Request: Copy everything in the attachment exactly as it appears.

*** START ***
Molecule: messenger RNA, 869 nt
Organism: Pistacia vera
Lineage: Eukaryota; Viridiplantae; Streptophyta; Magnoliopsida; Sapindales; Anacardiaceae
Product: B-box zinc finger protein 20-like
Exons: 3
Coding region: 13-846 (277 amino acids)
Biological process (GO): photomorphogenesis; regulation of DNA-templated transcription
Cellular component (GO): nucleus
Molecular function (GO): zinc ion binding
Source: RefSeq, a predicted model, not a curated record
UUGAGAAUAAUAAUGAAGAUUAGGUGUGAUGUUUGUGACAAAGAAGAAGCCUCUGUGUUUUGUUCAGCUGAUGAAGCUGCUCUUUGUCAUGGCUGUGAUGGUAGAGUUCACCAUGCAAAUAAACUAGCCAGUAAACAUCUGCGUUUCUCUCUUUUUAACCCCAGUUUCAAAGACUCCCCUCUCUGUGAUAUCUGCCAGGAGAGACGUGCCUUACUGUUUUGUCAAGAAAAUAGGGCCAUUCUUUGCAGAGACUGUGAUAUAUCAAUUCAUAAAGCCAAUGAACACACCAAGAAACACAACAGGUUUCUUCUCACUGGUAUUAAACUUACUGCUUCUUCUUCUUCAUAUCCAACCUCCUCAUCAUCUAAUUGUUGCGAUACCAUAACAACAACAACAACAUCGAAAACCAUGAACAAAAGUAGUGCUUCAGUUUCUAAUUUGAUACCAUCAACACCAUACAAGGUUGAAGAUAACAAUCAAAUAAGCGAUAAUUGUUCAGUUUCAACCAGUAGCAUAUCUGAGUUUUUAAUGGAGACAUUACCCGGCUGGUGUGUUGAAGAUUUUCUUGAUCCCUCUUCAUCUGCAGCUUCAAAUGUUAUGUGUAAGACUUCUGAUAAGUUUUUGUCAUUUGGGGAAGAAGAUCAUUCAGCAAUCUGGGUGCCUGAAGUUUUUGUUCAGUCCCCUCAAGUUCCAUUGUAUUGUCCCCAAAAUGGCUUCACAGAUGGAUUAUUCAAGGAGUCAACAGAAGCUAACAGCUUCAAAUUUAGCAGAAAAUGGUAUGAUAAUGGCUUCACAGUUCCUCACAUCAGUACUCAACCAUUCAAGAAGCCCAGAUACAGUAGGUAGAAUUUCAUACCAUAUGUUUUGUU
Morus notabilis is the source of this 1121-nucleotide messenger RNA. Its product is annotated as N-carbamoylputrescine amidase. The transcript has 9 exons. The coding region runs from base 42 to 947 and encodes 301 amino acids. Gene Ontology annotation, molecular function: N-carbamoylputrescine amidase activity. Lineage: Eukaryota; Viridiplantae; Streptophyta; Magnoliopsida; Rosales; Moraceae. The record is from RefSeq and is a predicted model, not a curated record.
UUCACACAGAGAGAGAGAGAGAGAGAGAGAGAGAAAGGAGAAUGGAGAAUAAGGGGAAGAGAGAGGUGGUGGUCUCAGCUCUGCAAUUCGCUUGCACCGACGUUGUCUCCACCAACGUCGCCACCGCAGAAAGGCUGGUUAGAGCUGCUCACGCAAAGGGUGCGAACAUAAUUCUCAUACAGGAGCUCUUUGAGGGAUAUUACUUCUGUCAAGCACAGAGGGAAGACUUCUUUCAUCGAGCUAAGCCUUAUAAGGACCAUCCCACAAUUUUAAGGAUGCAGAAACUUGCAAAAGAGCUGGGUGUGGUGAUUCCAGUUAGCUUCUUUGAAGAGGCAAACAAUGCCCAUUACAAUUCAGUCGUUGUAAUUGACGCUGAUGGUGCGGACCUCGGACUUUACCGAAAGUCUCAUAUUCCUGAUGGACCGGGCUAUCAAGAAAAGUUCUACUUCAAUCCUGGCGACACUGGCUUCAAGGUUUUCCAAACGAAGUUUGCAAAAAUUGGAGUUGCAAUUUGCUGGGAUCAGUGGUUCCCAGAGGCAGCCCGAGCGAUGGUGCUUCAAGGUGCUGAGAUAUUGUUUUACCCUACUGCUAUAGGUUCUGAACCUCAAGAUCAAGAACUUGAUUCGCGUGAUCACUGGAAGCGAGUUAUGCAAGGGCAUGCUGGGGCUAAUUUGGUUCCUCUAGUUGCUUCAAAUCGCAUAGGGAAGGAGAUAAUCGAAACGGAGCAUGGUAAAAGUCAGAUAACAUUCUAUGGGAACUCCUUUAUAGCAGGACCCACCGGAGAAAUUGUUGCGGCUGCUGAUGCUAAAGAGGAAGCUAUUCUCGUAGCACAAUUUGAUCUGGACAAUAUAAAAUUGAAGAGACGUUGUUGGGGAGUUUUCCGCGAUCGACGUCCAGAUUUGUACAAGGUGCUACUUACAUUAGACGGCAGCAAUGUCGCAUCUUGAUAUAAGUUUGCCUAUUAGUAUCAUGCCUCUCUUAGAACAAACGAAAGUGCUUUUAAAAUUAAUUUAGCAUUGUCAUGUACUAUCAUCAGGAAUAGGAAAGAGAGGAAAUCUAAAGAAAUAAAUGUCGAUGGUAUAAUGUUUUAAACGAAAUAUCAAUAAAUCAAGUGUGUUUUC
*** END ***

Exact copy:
Molecule: messenger RNA, 869 nt
Organism: Pistacia vera
Lineage: Eukaryota; Viridiplantae; Streptophyta; Magnoliopsida; Sapindales; Anacardiaceae
Product: B-box zinc finger protein 20-like
Exons: 3
Coding region: 13-846 (277 amino acids)
Biological process (GO): photomorphogenesis; regulation of DNA-templated transcription
Cellular component (GO): nucleus
Molecular function (GO): zinc ion binding
Source: RefSeq, a predicted model, not a curated record
UUGAGAAUAAUAAUGAAGAUUAGGUGUGAUGUUUGUGACAAAGAAGAAGCCUCUGUGUUUUGUUCAGCUGAUGAAGCUGCUCUUUGUCAUGGCUGUGAUGGUAGAGUUCACCAUGCAAAUAAACUAGCCAGUAAACAUCUGCGUUUCUCUCUUUUUAACCCCAGUUUCAAAGACUCCCCUCUCUGUGAUAUCUGCCAGGAGAGACGUGCCUUACUGUUUUGUCAAGAAAAUAGGGCCAUUCUUUGCAGAGACUGUGAUAUAUCAAUUCAUAAAGCCAAUGAACACACCAAGAAACACAACAGGUUUCUUCUCACUGGUAUUAAACUUACUGCUUCUUCUUCUUCAUAUCCAACCUCCUCAUCAUCUAAUUGUUGCGAUACCAUAACAACAACAACAACAUCGAAAACCAUGAACAAAAGUAGUGCUUCAGUUUCUAAUUUGAUACCAUCAACACCAUACAAGGUUGAAGAUAACAAUCAAAUAAGCGAUAAUUGUUCAGUUUCAACCAGUAGCAUAUCUGAGUUUUUAAUGGAGACAUUACCCGGCUGGUGUGUUGAAGAUUUUCUUGAUCCCUCUUCAUCUGCAGCUUCAAAUGUUAUGUGUAAGACUUCUGAUAAGUUUUUGUCAUUUGGGGAAGAAGAUCAUUCAGCAAUCUGGGUGCCUGAAGUUUUUGUUCAGUCCCCUCAAGUUCCAUUGUAUUGUCCCCAAAAUGGCUUCACAGAUGGAUUAUUCAAGGAGUCAACAGAAGCUAACAGCUUCAAAUUUAGCAGAAAAUGGUAUGAUAAUGGCUUCACAGUUCCUCACAUCAGUACUCAACCAUUCAAGAAGCCCAGAUACAGUAGGUAGAAUUUCAUACCAUAUGUUUUGUU
Morus notabilis is the source of this 1121-nucleotide messenger RNA. Its product is annotated as N-carbamoylputrescine amidase. The transcript has 9 exons. The coding region runs from base 42 to 947 and encodes 301 amino acids. Gene Ontology annotation, molecular function: N-carbamoylputrescine amidase activity. Lineage: Eukaryota; Viridiplantae; Streptophyta; Magnoliopsida; Rosales; Moraceae. The record is from RefSeq and is a predicted model, not a curated record.
UUCACACAGAGAGAGAGAGAGAGAGAGAGAGAGAAAGGAGAAUGGAGAAUAAGGGGAAGAGAGAGGUGGUGGUCUCAGCUCUGCAAUUCGCUUGCACCGACGUUGUCUCCACCAACGUCGCCACCGCAGAAAGGCUGGUUAGAGCUGCUCACGCAAAGGGUGCGAACAUAAUUCUCAUACAGGAGCUCUUUGAGGGAUAUUACUUCUGUCAAGCACAGAGGGAAGACUUCUUUCAUCGAGCUAAGCCUUAUAAGGACCAUCCCACAAUUUUAAGGAUGCAGAAACUUGCAAAAGAGCUGGGUGUGGUGAUUCCAGUUAGCUUCUUUGAAGAGGCAAACAAUGCCCAUUACAAUUCAGUCGUUGUAAUUGACGCUGAUGGUGCGGACCUCGGACUUUACCGAAAGUCUCAUAUUCCUGAUGGACCGGGCUAUCAAGAAAAGUUCUACUUCAAUCCUGGCGACACUGGCUUCAAGGUUUUCCAAACGAAGUUUGCAAAAAUUGGAGUUGCAAUUUGCUGGGAUCAGUGGUUCCCAGAGGCAGCCCGAGCGAUGGUGCUUCAAGGUGCUGAGAUAUUGUUUUACCCUACUGCUAUAGGUUCUGAACCUCAAGAUCAAGAACUUGAUUCGCGUGAUCACUGGAAGCGAGUUAUGCAAGGGCAUGCUGGGGCUAAUUUGGUUCCUCUAGUUGCUUCAAAUCGCAUAGGGAAGGAGAUAAUCGAAACGGAGCAUGGUAAAAGUCAGAUAACAUUCUAUGGGAACUCCUUUAUAGCAGGACCCACCGGAGAAAUUGUUGCGGCUGCUGAUGCUAAAGAGGAAGCUAUUCUCGUAGCACAAUUUGAUCUGGACAAUAUAAAAUUGAAGAGACGUUGUUGGGGAGUUUUCCGCGAUCGACGUCCAGAUUUGUACAAGGUGCUACUUACAUUAGACGGCAGCAAUGUCGCAUCUUGAUAUAAGUUUGCCUAUUAGUAUCAUGCCUCUCUUAGAACAAACGAAAGUGCUUUUAAAAUUAAUUUAGCAUUGUCAUGUACUAUCAUCAGGAAUAGGAAAGAGAGGAAAUCUAAAGAAAUAAAUGUCGAUGGUAUAAUGUUUUAAACGAAAUAUCAAUAAAUCAAGUGUGUUUUC